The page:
James Bond loves a good hotel. Whether seducing the enemy’s wife at the Hotel Atlantic Kempinski or foiling Goldfinger’s villainous plans at the Fontainebleau Miami Beach, 007 always seems to find some action in the lap of luxury. Lucky for the rest of us, these opulent hotels are still around, allowing regular Joes to sip dry martinis and outsmart villains — or just sit by the pool and hang out — themselves. Read on for 10 of the best Bond-approved haunts around the world.
In 1974’s The Man with the Golden Gun, Bond (played by Roger Moore) attempts to track Scaramanga’s mistress Andrea Anders as she wends through the streets of Hong Kong in a green Rolls-Royce. “A green Rolls-Royce,” he tells his assistant, Goodnight. “There can’t be that many in Hong Kong.” Of course, Goodnight informs Bond that, in fact, the Peninsula Hong Kong has an entire fleet of the emerald beauties.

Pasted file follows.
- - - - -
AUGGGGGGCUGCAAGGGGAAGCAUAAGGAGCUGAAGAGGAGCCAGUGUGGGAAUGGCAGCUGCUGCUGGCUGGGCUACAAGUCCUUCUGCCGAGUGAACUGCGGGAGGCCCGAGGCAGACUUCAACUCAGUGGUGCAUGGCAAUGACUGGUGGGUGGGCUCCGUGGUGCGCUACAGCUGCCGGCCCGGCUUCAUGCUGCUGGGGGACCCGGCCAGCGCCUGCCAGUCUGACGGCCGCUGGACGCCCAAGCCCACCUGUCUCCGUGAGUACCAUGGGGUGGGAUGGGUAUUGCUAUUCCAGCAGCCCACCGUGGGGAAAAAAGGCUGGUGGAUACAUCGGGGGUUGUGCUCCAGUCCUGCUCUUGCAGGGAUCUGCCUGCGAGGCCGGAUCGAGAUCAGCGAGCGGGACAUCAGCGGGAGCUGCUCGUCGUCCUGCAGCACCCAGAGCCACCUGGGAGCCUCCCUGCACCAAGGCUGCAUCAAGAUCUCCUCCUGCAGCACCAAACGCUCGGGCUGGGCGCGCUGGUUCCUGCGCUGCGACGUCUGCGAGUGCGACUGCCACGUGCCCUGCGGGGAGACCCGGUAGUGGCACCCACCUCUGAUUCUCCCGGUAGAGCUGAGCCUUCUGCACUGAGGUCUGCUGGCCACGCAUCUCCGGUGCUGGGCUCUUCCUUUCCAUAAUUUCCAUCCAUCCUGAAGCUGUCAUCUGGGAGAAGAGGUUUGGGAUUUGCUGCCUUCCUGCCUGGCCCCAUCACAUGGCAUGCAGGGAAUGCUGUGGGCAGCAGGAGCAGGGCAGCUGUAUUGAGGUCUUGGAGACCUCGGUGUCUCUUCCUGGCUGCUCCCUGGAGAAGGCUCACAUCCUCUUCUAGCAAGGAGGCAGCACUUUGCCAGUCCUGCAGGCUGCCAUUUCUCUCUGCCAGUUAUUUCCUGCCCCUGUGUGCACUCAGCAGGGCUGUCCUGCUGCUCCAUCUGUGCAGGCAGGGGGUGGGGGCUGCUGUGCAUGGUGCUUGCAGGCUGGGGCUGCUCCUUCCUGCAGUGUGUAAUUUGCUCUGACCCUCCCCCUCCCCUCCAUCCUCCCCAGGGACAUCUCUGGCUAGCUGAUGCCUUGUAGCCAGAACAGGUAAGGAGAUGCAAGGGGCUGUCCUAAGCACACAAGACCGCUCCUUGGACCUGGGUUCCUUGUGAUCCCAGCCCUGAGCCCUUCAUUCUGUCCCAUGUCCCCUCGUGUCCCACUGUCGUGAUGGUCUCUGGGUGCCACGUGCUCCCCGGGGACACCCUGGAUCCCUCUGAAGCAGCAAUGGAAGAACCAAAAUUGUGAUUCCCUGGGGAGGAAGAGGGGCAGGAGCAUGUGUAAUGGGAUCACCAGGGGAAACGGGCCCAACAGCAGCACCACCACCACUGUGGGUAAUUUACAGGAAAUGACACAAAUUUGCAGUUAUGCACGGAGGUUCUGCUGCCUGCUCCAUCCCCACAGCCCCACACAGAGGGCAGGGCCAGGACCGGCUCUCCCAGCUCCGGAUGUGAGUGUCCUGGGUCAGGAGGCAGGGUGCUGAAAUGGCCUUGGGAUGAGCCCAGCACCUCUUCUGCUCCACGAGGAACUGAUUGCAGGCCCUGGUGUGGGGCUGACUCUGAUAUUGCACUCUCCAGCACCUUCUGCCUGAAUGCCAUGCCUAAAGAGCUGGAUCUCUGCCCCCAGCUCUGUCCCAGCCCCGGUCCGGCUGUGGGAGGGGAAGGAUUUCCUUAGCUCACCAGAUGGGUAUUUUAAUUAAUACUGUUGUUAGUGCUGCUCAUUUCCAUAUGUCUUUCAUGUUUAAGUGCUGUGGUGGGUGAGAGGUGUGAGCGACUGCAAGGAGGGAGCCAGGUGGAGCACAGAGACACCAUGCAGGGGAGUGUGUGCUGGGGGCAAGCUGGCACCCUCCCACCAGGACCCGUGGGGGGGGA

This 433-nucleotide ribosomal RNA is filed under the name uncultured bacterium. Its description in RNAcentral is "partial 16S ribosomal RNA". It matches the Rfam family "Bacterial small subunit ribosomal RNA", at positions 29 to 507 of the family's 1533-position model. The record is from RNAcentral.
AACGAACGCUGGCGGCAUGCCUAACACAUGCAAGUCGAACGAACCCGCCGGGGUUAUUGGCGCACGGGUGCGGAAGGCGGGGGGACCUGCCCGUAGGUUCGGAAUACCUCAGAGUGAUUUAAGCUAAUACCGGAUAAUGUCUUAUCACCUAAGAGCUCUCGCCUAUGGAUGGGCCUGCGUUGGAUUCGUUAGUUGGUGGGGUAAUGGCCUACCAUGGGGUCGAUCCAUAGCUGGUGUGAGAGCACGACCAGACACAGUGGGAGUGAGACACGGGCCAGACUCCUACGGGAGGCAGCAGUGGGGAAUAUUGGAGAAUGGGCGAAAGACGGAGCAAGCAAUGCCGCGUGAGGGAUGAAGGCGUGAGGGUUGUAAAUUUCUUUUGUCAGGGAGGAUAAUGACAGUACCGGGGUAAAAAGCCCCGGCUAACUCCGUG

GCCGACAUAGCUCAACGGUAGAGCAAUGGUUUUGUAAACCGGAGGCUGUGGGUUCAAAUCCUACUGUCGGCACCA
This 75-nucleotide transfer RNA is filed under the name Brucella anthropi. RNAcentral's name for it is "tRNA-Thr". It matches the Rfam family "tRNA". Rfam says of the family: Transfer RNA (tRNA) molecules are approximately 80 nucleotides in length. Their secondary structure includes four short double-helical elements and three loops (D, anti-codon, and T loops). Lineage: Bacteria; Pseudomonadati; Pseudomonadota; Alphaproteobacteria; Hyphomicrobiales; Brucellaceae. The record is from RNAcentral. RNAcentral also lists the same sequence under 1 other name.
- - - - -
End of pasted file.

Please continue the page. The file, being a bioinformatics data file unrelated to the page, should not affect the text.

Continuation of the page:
Bond checks into the hotel and later breaks into Anders’s hotel room to discover that she is smuggling bullets for Scaramanga. She returns the favour by then breaking into his room when he is about to rendezvous with Goodnight. Pushing Goodnight into a wardrobe, he romances Anders, who later turns up dead at a Thai boxing match in Bangkok. While the interior scenes were not shot in the hotel, the cast stayed there during filming — and the Peninsula-green Rolls-Royces are still available to guests for jaunts around Hong Kong.
When Daniel Craig and his blue swim trunks emerge from the sea in 2006’s Casino Royale, it is at the Ocean Club on Paradise Island. The beachfront Bahamian resort appears throughout the film: Bond is seen walking through the reception area after setting off all the car alarms in the parking lot, playing poker in the library, where he wins an Aston Martin DB5; and exploring the Versailles-themed gardens.